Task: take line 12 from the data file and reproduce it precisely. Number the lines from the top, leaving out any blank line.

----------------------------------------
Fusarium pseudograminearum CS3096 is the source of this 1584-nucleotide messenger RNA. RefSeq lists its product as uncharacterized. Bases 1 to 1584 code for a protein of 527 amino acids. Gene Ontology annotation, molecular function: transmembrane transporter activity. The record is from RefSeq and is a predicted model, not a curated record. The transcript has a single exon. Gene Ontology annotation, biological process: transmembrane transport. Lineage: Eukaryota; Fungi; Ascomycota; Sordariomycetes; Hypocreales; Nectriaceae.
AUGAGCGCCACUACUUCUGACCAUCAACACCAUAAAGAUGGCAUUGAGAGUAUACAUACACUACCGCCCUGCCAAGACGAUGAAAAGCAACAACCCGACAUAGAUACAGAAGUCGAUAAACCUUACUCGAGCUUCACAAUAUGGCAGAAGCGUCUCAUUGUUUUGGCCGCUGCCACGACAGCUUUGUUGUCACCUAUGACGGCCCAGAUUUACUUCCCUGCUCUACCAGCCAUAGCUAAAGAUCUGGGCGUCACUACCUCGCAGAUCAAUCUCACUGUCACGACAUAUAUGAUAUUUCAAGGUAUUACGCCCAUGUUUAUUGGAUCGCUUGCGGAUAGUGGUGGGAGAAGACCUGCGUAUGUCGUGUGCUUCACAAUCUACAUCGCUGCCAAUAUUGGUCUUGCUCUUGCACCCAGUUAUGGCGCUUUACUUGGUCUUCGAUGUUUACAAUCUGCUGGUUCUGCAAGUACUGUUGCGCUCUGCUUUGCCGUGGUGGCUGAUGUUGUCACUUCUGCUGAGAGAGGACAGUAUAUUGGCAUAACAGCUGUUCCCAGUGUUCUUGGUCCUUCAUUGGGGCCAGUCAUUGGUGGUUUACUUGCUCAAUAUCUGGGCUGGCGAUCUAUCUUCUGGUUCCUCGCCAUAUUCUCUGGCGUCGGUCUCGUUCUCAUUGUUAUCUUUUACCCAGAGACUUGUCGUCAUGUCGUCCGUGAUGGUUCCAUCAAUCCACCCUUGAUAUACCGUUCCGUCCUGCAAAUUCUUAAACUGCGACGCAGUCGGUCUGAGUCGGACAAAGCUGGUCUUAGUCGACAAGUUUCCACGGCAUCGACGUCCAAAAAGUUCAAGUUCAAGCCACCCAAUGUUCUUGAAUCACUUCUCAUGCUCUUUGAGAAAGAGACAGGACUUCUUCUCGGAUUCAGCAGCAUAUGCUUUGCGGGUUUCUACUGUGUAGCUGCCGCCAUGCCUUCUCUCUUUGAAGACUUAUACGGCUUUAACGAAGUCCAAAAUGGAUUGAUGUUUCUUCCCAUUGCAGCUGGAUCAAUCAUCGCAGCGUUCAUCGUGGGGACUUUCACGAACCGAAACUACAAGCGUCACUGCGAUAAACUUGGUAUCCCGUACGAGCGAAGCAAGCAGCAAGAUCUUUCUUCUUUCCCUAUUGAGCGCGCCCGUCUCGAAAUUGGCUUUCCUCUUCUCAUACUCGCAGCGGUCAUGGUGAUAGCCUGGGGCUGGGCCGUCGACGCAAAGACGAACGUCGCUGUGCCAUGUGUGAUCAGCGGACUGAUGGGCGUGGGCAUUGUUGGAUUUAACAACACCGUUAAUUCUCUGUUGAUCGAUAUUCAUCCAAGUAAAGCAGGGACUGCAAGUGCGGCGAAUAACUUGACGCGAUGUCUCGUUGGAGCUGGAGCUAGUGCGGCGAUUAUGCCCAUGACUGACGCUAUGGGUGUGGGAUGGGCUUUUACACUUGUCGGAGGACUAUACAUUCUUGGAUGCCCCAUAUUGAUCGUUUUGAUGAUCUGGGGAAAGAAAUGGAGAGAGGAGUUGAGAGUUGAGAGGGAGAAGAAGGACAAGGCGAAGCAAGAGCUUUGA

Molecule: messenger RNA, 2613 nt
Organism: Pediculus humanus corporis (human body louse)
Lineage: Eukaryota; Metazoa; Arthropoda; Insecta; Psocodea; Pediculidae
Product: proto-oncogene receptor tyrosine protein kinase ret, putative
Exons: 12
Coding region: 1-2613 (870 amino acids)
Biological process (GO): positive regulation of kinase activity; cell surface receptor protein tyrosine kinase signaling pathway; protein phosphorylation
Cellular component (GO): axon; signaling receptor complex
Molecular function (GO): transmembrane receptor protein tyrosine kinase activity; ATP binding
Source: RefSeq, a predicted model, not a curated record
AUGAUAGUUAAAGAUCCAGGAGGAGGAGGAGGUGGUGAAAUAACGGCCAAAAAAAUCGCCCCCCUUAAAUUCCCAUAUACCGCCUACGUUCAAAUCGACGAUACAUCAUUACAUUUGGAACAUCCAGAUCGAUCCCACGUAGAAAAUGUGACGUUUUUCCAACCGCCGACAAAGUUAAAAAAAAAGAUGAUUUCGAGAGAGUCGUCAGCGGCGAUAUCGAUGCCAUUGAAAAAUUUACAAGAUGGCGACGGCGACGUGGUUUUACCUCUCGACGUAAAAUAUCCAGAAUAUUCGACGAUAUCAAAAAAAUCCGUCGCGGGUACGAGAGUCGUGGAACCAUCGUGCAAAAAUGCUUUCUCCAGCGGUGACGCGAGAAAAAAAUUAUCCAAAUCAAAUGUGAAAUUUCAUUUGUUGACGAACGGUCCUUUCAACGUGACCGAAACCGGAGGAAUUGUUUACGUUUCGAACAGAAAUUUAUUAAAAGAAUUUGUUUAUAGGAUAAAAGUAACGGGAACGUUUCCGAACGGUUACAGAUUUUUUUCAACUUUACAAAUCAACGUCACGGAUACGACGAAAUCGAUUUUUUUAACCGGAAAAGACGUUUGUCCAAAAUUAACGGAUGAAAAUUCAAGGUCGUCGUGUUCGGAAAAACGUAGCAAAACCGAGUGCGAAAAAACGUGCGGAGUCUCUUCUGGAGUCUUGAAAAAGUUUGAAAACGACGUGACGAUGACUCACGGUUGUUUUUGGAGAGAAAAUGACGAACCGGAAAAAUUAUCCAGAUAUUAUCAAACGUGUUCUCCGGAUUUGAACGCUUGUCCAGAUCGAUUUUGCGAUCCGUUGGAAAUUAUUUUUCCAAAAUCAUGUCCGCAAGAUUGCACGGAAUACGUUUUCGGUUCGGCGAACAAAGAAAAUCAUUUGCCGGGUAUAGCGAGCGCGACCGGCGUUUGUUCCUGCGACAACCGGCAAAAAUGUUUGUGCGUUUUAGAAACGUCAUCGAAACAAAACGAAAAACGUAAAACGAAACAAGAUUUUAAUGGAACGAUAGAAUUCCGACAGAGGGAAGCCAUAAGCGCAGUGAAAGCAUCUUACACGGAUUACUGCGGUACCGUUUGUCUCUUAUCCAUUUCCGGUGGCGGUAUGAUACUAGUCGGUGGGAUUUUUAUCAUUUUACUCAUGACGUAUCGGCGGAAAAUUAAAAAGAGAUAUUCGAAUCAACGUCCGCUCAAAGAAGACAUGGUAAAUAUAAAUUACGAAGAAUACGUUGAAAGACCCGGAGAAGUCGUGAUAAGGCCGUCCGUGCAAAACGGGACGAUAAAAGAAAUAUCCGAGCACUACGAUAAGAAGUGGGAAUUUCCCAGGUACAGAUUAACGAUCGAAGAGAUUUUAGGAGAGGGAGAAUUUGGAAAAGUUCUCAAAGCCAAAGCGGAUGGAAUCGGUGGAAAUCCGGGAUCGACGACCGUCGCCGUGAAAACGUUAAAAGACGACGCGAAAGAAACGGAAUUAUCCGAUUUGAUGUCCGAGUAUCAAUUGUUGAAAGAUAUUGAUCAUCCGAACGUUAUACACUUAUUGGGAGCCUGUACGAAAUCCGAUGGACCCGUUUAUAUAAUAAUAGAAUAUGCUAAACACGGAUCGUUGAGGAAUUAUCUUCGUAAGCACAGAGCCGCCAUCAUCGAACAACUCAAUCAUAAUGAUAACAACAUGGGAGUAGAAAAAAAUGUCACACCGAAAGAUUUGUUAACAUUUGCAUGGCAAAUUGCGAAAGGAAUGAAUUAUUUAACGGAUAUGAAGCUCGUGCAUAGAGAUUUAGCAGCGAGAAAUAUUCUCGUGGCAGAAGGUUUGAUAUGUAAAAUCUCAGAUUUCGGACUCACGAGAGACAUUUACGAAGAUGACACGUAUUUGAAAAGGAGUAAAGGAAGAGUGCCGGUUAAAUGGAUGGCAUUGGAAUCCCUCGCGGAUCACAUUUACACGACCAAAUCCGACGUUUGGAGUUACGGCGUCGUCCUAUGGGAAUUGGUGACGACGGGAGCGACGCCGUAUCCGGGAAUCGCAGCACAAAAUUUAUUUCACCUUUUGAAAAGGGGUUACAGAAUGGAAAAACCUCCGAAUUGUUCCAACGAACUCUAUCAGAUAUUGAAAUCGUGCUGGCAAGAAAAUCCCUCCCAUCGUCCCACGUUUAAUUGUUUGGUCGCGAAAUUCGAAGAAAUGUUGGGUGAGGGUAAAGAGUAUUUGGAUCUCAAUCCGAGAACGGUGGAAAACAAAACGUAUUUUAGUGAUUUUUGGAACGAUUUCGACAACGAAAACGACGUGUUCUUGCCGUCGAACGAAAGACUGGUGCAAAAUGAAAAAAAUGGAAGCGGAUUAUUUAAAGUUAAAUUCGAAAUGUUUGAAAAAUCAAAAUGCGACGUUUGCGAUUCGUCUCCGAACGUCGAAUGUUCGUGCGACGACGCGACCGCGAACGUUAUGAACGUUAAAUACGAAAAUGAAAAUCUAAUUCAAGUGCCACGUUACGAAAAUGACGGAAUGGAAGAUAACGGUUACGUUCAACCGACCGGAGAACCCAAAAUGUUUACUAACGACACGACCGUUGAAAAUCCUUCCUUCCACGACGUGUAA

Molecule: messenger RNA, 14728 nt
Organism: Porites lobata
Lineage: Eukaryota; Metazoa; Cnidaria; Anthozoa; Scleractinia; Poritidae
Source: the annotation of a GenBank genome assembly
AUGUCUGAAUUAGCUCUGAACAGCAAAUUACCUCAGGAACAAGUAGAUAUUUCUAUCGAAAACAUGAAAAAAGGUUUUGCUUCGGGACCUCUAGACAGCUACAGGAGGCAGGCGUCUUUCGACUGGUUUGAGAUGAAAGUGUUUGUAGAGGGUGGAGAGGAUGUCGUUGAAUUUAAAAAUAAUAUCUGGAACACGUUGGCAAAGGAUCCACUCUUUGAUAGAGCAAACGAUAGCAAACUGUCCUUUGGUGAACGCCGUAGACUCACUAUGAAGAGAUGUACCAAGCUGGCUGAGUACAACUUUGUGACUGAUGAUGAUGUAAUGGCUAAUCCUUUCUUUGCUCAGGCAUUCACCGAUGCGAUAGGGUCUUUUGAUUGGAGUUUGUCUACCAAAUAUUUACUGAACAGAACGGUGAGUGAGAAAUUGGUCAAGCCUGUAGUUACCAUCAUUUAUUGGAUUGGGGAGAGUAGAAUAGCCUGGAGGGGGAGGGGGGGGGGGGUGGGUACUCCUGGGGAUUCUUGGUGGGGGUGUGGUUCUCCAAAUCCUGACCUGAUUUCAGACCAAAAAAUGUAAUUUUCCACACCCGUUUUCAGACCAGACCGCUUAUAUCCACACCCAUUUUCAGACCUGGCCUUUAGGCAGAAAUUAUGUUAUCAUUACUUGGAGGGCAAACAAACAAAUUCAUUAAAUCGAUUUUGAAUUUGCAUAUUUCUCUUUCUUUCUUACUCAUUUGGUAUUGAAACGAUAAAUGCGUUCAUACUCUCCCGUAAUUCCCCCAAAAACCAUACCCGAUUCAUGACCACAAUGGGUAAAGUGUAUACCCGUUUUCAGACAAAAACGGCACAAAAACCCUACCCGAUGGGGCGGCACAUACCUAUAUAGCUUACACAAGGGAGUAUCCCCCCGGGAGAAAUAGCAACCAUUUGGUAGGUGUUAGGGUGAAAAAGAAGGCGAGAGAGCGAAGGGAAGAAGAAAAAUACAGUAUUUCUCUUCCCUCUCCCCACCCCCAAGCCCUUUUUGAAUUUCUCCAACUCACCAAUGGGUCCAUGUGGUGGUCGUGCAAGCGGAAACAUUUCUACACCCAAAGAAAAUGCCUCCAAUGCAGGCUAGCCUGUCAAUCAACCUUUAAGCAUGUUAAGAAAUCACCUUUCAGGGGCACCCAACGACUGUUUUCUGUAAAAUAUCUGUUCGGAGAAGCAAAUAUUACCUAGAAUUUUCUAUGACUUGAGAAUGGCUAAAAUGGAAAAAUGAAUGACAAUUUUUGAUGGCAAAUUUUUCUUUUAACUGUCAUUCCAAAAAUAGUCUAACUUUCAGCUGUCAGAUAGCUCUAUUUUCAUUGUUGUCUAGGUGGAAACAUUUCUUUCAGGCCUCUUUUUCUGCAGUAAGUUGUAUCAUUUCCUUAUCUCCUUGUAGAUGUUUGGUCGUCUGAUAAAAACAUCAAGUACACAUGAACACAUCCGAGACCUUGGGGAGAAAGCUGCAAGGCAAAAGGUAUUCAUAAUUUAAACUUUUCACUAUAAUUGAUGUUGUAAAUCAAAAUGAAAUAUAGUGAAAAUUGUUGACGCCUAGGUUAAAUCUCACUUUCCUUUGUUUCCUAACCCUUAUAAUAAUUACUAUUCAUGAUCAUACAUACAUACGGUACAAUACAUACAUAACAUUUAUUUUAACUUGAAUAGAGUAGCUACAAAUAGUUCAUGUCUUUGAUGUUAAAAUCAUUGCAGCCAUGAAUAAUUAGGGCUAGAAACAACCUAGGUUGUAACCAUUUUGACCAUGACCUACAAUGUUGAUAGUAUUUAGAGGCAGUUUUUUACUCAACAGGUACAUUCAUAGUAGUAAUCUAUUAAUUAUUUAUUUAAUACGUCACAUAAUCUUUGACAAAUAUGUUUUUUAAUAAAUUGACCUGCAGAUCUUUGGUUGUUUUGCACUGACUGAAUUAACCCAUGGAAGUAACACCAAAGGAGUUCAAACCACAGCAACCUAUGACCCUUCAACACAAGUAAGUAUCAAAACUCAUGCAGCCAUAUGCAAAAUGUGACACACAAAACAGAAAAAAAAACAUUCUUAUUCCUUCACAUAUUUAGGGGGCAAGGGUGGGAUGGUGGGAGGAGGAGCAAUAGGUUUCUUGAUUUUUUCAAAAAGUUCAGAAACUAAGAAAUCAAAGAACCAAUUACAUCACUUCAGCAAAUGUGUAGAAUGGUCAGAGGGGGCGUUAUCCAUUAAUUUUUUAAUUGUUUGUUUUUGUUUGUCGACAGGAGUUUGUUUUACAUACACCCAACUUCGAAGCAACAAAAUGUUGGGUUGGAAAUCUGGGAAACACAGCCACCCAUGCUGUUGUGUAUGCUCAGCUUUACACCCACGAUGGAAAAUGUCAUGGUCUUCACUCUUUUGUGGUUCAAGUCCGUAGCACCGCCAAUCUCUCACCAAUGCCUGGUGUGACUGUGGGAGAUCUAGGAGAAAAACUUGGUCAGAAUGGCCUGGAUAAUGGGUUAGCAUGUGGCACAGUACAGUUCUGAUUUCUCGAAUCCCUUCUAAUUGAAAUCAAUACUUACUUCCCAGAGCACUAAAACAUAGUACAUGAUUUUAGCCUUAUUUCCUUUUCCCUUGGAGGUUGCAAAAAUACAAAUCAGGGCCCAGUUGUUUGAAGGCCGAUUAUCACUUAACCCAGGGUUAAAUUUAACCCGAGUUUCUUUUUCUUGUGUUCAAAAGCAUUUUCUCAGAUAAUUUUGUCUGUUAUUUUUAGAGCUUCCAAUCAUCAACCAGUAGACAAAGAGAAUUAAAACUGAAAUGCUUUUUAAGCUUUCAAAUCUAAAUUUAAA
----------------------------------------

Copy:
Source: RefSeq, a predicted model, not a curated record